Tantra in Vaishnavism
implies that Krishna Radha is an additional form of Shiva and Shakti. According to the Vaishnavas Krishna and Radha are two manifestations of a single absolute reality. The concept of Siva-Sakti in Tantra is supposes to have inspired the moulding of Krishna-Radha. A close relation with Shakta is revealed in the Panchratra works of the Vaishnavas. In both the traditions Lakshmi is considered as the Supreme Energy who resides in Muladhara. Similarly the Panchratra works provide for Nyasas as a means of Sadhana.
The body is regarded as the abode of God in Tantra. In the different chakras supposed to be within the body Saktidhama and Sivadhama are considered. In some Vaishnava Samhitas, Mathura
are regarded as the abode of God. Gokula has been described as God`s abode which is in the shape of a thousand-petalled lotus in some Puranas. In Tantra this lotus is called Sahasra- Padma which is believed to be within the head. The description of Vishnu and his Sakti, Lakshmi and their abode in the Brahma samhita is Tantric in spirit.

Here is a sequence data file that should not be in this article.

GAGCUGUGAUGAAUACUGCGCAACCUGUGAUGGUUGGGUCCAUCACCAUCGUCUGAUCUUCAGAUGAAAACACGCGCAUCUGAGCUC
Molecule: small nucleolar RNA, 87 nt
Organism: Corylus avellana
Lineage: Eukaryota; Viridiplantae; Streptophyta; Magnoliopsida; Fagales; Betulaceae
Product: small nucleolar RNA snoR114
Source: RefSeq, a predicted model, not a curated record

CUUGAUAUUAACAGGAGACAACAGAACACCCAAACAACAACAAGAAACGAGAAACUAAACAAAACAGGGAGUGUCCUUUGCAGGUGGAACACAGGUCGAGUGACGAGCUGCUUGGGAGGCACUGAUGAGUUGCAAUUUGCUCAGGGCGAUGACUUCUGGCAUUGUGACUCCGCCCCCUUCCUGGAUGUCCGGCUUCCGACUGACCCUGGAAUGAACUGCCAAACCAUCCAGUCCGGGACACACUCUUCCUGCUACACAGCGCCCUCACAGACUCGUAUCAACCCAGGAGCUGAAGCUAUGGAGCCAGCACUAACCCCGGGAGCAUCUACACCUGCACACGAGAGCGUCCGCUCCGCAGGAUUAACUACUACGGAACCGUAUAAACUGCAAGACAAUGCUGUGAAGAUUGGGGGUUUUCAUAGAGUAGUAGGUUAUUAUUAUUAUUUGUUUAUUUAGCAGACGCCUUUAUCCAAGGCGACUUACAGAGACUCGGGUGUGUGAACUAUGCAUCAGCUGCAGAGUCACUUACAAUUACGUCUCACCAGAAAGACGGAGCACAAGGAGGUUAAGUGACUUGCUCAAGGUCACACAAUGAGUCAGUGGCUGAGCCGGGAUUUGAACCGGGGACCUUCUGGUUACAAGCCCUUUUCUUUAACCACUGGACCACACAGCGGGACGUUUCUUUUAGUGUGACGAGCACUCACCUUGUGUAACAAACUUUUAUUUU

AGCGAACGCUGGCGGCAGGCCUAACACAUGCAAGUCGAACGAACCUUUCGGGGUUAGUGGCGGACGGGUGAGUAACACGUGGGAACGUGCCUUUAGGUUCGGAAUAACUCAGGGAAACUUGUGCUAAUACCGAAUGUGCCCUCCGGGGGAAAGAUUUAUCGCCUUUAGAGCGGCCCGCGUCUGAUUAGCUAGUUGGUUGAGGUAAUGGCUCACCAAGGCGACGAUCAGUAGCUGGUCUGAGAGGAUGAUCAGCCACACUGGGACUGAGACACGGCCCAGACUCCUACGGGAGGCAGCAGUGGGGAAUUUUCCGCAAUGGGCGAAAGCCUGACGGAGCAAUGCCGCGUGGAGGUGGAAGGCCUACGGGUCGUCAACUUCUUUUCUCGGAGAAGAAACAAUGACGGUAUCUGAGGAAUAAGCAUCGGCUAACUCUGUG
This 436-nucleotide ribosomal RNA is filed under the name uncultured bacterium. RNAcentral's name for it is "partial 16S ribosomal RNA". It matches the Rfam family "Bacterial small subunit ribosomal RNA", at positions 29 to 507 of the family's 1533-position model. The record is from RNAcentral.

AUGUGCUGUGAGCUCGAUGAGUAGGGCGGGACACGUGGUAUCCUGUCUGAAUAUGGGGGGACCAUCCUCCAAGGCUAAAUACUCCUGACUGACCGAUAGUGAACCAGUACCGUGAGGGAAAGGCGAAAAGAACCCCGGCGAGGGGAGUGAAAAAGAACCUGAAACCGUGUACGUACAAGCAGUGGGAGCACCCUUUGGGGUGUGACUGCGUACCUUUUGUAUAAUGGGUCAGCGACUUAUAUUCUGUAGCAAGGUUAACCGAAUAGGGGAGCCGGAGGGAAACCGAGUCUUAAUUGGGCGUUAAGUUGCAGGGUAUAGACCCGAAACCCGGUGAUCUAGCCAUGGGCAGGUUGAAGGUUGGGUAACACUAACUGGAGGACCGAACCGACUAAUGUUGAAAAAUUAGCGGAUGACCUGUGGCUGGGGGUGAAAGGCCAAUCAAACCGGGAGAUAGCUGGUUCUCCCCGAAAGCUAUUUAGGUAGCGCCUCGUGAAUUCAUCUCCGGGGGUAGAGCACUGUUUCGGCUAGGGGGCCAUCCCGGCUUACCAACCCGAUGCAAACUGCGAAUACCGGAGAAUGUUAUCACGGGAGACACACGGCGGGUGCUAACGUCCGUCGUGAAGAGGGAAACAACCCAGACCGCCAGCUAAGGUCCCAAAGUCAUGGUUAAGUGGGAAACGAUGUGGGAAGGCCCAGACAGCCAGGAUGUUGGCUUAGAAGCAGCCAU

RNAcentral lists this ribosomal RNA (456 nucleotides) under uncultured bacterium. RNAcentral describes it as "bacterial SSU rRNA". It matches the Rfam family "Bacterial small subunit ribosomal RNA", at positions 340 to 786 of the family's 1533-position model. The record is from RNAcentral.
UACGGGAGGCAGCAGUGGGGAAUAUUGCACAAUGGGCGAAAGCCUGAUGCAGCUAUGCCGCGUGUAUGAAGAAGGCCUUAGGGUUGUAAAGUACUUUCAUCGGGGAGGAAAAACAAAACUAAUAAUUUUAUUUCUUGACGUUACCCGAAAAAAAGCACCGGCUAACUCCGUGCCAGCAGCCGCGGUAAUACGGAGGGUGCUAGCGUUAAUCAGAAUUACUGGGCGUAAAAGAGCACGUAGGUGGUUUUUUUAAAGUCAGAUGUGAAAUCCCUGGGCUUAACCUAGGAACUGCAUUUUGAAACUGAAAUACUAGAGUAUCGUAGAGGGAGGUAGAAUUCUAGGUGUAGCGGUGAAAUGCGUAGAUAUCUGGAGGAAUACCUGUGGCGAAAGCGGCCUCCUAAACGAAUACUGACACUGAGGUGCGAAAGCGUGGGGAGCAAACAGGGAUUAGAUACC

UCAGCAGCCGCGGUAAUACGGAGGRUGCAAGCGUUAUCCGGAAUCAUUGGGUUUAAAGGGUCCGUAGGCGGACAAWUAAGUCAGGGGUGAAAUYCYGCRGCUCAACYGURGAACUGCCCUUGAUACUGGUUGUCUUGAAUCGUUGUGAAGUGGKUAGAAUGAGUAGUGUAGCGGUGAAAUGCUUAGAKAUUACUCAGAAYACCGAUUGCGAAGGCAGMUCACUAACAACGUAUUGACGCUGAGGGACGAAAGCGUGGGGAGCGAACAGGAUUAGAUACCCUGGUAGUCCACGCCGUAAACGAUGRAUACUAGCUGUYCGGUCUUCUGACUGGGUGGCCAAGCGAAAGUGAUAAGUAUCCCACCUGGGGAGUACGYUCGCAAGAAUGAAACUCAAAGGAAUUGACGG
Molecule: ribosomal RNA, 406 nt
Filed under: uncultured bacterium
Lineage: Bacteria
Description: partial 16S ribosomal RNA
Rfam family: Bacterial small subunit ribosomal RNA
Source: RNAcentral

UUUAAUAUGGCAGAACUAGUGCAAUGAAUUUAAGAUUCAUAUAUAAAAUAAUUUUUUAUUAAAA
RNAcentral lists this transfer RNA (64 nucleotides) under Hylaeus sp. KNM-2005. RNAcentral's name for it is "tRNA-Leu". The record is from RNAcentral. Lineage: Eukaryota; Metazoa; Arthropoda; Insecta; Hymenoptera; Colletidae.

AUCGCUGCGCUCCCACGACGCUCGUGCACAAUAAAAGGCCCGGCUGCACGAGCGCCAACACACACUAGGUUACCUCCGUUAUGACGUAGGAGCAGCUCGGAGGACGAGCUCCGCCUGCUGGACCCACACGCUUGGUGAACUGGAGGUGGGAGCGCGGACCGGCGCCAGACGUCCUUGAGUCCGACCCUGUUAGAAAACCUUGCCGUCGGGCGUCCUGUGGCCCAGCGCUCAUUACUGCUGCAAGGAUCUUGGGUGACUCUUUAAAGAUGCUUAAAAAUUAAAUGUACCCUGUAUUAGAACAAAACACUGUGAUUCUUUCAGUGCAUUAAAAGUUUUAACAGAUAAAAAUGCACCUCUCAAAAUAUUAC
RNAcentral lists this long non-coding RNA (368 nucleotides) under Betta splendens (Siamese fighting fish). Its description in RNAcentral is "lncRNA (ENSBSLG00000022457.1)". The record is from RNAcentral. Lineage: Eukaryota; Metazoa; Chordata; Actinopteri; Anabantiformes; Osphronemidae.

The tradition of Tantra had acquired an exalted position in the society that Vaishnavas had to write Tantras in order to get support. The Bhagvata Purana recognises the authority of Tantra in context to worship and initiation. However both Tantra and Vaishnavism had influenced each other in some way or the either. In certain Tantras Chaitanya has been mentioned thereby indicating the influence of Vaishnavism.
Vaishnava-Sahajiya is a type of Tantric Vaishnavism which had its birth in Bengal in the 16th century. It is generally considered as a `left-hand path` and fugitive from the "orthodox" standpoint. The Vaishnava-Sahajiya sought religious experience through the five senses. As a system of worship Sahaja was prevalent in the Tantric traditions and was common to both Hinduism
in Bengal during the eighth and ninth centuries. The tradition used the romance of Krishna and Radha as a symbol for union with God and sought to experience that merger through physical restoration. The cult survived only in Bengal.